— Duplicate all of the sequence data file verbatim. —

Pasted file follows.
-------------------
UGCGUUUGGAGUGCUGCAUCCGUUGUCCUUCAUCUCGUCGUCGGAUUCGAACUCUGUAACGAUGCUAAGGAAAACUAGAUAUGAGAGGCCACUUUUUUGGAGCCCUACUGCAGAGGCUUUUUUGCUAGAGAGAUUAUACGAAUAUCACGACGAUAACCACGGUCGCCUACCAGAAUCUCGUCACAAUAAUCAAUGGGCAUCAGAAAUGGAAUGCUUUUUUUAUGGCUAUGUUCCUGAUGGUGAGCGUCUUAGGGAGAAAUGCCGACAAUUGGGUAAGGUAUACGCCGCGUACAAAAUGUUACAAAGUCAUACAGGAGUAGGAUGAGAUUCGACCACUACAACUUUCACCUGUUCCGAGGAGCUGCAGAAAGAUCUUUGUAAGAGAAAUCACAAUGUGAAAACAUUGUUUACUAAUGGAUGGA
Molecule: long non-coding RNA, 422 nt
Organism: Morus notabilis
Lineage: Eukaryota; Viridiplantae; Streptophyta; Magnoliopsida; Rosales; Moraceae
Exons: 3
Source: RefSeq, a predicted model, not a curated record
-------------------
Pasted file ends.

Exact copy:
UGCGUUUGGAGUGCUGCAUCCGUUGUCCUUCAUCUCGUCGUCGGAUUCGAACUCUGUAACGAUGCUAAGGAAAACUAGAUAUGAGAGGCCACUUUUUUGGAGCCCUACUGCAGAGGCUUUUUUGCUAGAGAGAUUAUACGAAUAUCACGACGAUAACCACGGUCGCCUACCAGAAUCUCGUCACAAUAAUCAAUGGGCAUCAGAAAUGGAAUGCUUUUUUUAUGGCUAUGUUCCUGAUGGUGAGCGUCUUAGGGAGAAAUGCCGACAAUUGGGUAAGGUAUACGCCGCGUACAAAAUGUUACAAAGUCAUACAGGAGUAGGAUGAGAUUCGACCACUACAACUUUCACCUGUUCCGAGGAGCUGCAGAAAGAUCUUUGUAAGAGAAAUCACAAUGUGAAAACAUUGUUUACUAAUGGAUGGA
Molecule: long non-coding RNA, 422 nt
Organism: Morus notabilis
Lineage: Eukaryota; Viridiplantae; Streptophyta; Magnoliopsida; Rosales; Moraceae
Exons: 3
Source: RefSeq, a predicted model, not a curated record